As the seventeenth century came to a close and more and more people in Europe were moving to the cities, there was naturally a counter-movement in literature and the arts that decried the swiftly-changing face of society and technology. The Romantic Movement had its roots in Germany, as a response to nostalgia for a
"simplef' time that was fading away into the past. As the Victorians had a fascination with ancient Greek and Roman pagan culture, the Romantics pitted the pastoral ideas of those "uncivilized" eras (nature, creativity, and freedom) against the unnatural, stifled, authoritarian world of the modern age. Shelves of new books and poetry dedicated to the old gods of Greece began to appear; writers such as Wordsworth, Lord Byron, Keats, and Shelley all devoted their words to the Romantic ideals. Most of these writers considered the Greco/Roman gods to be only metaphors, and were more interested in the supposedly-idyllic pastoral society they represented than in their actual worship.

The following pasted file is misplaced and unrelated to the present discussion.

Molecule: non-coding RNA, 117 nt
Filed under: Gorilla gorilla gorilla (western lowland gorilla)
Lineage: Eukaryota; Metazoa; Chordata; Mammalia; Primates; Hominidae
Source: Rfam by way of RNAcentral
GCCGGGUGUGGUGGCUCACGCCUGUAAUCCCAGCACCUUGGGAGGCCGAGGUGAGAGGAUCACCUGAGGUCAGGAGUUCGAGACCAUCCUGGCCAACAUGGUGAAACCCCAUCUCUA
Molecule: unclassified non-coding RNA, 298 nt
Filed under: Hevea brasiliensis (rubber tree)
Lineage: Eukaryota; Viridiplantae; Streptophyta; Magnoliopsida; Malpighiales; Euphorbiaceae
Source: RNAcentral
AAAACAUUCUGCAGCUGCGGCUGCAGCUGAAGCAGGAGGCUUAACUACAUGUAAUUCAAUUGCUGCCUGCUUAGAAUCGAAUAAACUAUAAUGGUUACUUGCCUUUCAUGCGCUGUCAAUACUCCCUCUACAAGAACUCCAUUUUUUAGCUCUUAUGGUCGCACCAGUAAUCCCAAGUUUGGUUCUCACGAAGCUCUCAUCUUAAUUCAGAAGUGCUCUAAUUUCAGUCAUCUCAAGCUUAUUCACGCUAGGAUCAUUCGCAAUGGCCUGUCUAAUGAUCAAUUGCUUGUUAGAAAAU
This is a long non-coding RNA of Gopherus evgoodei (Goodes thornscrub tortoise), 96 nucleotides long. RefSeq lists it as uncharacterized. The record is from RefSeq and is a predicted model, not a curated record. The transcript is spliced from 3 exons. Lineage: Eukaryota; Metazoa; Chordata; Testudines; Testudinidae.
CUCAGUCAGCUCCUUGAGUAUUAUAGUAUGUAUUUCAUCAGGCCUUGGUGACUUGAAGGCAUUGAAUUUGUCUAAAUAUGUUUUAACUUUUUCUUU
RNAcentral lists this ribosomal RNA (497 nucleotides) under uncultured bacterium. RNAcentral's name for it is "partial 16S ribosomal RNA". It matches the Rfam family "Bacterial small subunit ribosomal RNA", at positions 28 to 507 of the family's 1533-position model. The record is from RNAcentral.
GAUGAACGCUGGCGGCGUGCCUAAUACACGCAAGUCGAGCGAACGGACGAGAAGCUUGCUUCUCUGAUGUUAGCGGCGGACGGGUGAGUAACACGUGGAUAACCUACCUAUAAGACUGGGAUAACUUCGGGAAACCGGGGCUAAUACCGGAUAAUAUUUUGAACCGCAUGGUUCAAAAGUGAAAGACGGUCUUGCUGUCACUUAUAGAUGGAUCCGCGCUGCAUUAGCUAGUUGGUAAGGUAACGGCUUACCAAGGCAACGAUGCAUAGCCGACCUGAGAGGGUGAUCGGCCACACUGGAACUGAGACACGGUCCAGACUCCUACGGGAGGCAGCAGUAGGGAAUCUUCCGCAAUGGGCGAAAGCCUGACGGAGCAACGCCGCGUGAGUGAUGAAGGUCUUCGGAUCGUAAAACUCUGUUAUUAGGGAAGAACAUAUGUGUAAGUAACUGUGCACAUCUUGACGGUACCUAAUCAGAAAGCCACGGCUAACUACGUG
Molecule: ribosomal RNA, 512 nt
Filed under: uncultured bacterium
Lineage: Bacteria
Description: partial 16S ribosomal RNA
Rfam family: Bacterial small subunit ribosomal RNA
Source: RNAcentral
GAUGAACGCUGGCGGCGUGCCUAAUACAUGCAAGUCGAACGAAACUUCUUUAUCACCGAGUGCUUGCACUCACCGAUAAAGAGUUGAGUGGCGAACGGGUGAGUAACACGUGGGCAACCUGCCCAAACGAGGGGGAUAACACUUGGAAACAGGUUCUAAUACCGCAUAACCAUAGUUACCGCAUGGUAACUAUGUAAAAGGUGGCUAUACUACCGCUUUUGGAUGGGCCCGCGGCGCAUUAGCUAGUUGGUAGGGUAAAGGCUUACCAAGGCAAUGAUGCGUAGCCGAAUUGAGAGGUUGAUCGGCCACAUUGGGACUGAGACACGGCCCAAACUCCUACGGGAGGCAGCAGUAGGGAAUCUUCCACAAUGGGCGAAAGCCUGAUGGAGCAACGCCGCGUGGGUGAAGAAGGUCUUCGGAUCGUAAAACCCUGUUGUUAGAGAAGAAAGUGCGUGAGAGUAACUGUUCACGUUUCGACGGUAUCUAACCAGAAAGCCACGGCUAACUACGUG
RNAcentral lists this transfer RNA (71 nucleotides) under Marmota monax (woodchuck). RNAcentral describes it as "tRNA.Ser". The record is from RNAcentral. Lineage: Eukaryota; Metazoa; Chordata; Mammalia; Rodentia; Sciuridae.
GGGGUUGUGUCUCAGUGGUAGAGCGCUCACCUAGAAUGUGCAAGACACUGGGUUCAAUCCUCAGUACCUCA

In this literature, one of the favored gods was Pan, who was a relatively minor deity in ancient times but who symbolized all the qualities that the Romantics sought to reclaim from the ugly world of the cities. He was, to the restrained attitudes of the Victorians, a subversive and hedonistic influence.
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